In this paper, I examine Mill’s distinction between higher and lower pleasures that he presents in his Utilitarianism. Then, I raise objections to Mill’s distinction by focusing on the ambiguity of his definition of pleasures and his concept of the competent judge. I conclude that, with a recalculation of the definition of pleasures, his distinction of higher and lower pleasures can support a broader theory of utilitarianism.
1. Examining Mill’s Distinction
Utilitarianism is a moral theory that is rooted in the belief that happiness, which is understood as pleasure and the privation of pain, is the only thing that is intrinsically good. Mill’s endorsement of this “greatest happiness principle” is as follows:
1.1: “The creed which accepts as the foundation of morals "utility" or the" greatest happiness principle" holds that actions are right in proportion as they tend to promote happiness; wrong as they tend to produce the reverse of happiness. By happiness is intended pleasure and the absence of pain; by unhappiness, pain and the privation of pleasure.”
Thus, it seems that Mill is inclined to accept a version of Bentham’s hedonistic utilitarianism. That is to say, Mill seems to be endorsing a quantitative theory of utilitarianism, which works on the bases of maximizing the duration and intensity of pleasure. However, later in Utilitarianism, Mill addresses an objection concerning the idea that utilitarianism is a theory that “favors sensual or voluptuary pursuits (e.g. push-pin) over higher or nobler pursuits (e.g. poetry).” Thus, he makes the distinction between pleasures of the intellect, higher pleasure, and sensual, lower, pleasures. This is to ensure that utilitarianism is not seen as “a doctrine worthy only of swine.”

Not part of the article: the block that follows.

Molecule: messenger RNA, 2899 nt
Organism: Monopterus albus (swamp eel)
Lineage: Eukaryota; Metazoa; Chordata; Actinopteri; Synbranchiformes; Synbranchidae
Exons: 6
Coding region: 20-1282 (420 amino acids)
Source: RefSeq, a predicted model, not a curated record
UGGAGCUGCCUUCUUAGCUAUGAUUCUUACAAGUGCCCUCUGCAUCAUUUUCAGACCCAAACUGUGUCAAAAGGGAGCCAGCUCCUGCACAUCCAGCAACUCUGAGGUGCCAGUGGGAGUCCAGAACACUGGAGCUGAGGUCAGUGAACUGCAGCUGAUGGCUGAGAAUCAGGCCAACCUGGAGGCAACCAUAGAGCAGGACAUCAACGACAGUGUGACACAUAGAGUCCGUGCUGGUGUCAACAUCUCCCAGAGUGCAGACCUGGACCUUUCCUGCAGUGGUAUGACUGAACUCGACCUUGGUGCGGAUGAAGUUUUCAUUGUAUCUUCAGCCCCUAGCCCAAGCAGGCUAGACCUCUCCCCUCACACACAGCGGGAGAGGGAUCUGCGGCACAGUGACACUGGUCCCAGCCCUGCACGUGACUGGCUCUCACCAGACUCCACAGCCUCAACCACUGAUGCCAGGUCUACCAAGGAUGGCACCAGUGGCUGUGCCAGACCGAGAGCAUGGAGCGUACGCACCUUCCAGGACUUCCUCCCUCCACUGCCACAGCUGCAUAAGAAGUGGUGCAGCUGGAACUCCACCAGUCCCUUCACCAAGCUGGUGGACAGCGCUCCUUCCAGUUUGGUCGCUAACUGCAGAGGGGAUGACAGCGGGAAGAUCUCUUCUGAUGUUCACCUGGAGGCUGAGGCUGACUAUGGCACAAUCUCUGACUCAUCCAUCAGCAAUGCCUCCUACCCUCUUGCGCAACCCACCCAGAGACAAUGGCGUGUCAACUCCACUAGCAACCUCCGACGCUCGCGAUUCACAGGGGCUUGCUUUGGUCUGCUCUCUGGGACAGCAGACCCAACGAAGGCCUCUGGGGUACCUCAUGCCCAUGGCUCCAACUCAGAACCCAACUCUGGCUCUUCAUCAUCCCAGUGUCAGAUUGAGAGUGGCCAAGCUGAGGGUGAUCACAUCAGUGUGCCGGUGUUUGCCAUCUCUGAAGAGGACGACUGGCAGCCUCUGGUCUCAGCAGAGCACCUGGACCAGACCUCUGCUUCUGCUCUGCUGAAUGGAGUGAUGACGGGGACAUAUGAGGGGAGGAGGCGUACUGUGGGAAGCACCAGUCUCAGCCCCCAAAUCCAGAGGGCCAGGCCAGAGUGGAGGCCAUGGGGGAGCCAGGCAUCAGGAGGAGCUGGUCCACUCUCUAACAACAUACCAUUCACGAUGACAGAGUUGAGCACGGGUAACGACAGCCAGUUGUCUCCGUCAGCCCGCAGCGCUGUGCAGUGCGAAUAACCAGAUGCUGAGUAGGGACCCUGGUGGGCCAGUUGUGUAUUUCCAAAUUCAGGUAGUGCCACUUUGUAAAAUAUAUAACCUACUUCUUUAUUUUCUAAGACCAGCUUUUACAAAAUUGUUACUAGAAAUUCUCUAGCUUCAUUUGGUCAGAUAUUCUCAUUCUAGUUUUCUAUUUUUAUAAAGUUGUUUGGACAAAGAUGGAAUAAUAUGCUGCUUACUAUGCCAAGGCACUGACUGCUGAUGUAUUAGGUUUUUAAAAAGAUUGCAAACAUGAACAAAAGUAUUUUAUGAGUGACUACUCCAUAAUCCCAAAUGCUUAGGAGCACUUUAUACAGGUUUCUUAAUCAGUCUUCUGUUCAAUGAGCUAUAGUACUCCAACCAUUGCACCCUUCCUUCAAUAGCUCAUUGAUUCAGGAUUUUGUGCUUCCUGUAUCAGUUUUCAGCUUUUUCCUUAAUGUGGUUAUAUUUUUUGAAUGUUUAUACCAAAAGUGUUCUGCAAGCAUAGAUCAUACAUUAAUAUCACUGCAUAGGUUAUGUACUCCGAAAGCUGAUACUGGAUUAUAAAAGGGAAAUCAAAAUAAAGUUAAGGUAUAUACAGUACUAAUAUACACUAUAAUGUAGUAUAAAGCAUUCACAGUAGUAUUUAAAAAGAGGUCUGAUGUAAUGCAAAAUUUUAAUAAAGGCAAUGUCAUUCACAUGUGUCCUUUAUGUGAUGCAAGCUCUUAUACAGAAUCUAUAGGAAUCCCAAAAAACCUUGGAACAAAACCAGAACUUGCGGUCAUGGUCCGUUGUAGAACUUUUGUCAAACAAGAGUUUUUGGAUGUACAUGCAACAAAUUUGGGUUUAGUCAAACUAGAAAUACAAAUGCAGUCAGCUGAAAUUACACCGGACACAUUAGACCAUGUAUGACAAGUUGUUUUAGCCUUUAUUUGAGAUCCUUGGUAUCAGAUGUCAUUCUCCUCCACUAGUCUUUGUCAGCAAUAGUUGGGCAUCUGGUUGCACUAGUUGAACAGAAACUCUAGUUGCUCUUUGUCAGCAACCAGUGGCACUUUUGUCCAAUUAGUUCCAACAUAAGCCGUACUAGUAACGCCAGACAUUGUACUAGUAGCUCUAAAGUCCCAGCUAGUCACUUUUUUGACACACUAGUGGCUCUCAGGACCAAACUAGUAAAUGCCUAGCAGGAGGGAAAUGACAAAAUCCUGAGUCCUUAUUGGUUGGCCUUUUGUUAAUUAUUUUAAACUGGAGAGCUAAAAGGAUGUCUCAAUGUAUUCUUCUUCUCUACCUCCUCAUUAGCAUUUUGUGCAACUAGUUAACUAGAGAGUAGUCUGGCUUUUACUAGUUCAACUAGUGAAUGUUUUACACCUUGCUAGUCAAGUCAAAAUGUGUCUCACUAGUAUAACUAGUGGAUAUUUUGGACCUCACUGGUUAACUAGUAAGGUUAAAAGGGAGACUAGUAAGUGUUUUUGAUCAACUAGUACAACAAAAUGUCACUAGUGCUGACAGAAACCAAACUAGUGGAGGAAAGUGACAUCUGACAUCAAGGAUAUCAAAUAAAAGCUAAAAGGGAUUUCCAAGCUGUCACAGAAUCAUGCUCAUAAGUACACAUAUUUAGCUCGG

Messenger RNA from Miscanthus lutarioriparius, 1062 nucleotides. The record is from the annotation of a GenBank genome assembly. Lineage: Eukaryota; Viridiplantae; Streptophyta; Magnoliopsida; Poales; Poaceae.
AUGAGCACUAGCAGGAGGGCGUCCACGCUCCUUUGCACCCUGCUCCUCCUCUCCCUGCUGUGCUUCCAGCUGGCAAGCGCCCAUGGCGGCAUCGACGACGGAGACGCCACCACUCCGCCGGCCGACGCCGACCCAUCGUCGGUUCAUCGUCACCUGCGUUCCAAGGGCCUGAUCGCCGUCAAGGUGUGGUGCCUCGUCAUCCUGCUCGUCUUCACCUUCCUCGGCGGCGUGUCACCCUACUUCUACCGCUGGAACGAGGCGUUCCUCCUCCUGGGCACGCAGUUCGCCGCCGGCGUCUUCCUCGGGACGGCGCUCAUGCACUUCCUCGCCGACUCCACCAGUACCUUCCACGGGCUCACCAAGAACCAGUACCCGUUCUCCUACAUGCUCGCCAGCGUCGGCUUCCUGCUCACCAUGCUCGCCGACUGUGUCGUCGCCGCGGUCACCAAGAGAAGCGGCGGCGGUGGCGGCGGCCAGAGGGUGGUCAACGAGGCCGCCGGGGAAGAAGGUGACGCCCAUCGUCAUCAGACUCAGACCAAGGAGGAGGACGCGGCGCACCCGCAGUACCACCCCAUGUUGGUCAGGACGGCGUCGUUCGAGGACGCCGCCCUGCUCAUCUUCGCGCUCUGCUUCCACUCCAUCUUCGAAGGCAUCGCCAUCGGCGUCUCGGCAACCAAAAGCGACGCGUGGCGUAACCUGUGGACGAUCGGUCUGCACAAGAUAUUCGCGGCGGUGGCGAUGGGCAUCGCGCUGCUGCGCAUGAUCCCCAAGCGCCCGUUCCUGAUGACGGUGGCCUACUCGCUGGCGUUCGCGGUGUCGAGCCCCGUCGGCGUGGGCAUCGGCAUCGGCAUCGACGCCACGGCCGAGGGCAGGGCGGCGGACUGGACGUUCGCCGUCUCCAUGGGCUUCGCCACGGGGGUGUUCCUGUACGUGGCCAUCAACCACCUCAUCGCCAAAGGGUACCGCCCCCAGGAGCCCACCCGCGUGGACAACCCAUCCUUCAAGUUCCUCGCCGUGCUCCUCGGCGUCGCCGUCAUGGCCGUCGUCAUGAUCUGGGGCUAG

Mill rejects Bentham’s, hedonist, idea of focusing on the quantity (duration and intensity) of pleasure, and replaces it with a focus on the quality of pleasure. Thus, splitting pleasures into two categories: sensual and intellectual. Mill does believe that hedonists are able to defend the distinction between higher and lower pleasures, but their defense is unsatisfactory because it would only allow for intellectual pleasures to be superior extrinsically. But, Mill takes it a step further and says that intellectual pleasures are superior to sensual pleasures both extrinsically and intrinsically. Here is how Mill puts is:
1.2: “If I am asked what I mean by difference of quality in pleasures…there is but one possible answer. If one of the two is, by those who are competently acquainted with both, placed so far above the other that they prefer it, even though knowing it to be attended with a greater amount of discontent, and would not resign it for any quantity of the other pleasure which their nature is capable of, we are justified in ascribing to the preferred enjoyment a superiority in quality so far outweighing quantity as to render it, in comparison, of small account.”
He rejects the idea that the only thing that is...